Inspectional Services permitting process
When applying for a permit in person, applicants must visit counters 1 and 2 for large projects.
Counters are located at:
1010 Massachusetts Ave., 5th Floor, Boston, MA 02118
Monday through Friday, 8 a.m. - 4 p.m.
Counter 1: Applying and paying for permits
The first step in the permitting process is to go to Counter 1. Here, you'll apply for building, electrical, plumbing and gas permits and pay fees. Counter 1 serves as the “intake” area for all construction permits.
For minor work not involving structural work, life safety systems and egress changes, a short-form building permit may be allowed. Electrical, plumbing and gas permits will also be processed. These permits are typically issued the same day. Find out what type of permit you need for your project.
For larger projects you'll have to show us your plans and any supporting documents. A representative at Counter 1 will help you with the next steps. You may have to go to Counter 2 for review.
Counter 2: Plan review and zoning
Counter 2 is where we process and review plans. In some cases, you may not need to go to Counter 2. We’ll review your plans and make sure they meet local zoning codes. Learn more about zoning laws.
You can find out what zoning laws apply to your project before you come in. The online Zoning Check allows you to see the laws for your location.
We'll also check to see if you need to get approval from other departments and agencies like:
- the Parks Department if your building is within 100 feet of a park or parkway.
- the Environment Department if your project will affect wetlands.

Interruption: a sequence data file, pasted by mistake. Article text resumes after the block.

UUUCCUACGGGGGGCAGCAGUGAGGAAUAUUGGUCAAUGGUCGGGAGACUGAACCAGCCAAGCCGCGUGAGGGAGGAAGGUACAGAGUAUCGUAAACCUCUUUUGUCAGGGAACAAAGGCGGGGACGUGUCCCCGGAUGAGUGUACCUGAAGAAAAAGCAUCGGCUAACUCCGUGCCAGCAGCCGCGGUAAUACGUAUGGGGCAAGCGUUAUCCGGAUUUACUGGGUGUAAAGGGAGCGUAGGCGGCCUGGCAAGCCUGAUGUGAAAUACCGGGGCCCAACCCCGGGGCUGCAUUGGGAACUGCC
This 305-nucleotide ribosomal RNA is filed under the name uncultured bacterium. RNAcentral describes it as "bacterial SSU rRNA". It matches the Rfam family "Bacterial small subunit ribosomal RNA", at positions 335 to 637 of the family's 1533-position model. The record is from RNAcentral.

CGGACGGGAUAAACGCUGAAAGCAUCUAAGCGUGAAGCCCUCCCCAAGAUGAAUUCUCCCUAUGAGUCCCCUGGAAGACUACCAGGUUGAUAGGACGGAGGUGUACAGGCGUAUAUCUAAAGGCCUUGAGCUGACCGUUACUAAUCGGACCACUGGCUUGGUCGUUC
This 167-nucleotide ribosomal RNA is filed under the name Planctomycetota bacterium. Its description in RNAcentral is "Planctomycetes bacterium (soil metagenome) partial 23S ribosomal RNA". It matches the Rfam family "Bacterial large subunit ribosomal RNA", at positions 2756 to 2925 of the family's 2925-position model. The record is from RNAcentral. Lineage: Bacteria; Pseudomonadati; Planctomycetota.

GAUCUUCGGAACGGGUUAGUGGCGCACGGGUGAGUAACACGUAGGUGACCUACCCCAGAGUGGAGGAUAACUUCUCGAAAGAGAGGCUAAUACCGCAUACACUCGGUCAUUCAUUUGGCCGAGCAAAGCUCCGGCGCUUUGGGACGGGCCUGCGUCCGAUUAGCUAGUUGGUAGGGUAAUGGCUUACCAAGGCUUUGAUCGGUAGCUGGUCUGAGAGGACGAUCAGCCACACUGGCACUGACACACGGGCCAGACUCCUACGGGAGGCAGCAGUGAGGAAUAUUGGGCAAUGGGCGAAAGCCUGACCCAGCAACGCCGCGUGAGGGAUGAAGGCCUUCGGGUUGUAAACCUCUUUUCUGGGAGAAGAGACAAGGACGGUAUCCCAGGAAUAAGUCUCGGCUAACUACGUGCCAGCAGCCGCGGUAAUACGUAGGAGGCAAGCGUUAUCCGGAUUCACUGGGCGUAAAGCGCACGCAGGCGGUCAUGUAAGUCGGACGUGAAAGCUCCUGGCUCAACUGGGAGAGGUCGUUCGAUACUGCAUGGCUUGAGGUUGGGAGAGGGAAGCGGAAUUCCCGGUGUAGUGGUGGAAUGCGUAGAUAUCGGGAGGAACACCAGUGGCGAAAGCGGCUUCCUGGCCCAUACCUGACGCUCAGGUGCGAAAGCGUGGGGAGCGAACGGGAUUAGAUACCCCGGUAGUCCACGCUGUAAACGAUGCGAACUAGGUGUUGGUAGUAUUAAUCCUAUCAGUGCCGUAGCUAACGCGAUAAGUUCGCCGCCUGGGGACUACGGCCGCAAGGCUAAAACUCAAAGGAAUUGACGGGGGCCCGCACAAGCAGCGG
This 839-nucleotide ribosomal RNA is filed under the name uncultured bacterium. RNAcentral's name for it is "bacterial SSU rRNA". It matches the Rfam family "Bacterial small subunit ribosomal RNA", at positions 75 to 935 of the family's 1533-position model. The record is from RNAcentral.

- the Landmarks Commission if your project is in a historic district, and
- the Boston Redevelopment Authority, depending on the location and size of your project.
In some cases, your permit may get denied if it doesn't meet zoning regulations. You can appeal with the Zoning Board of Appeals at Counter 2. Learn how to file an appeal.
After you apply
You can't start work on your project until you get a printed Building Permit card. If you applied for a permit online, this is something you can print at home on your own.
If you made changes to a plan, you need to wait until your change is approved. If you start without a permit or don't follow the rules, we may:
- charge you double the original fee
- file a building code violation, or
- suspend or revoke your building license.
While you're waiting for approval, you can check on the status of your application. Once you get your permit, it's good for six months after the date of issue. You have to work without interruption during this time. In some cases, you may be able to extend your permit for another 180 days. Only certain projects are eligible for an extension.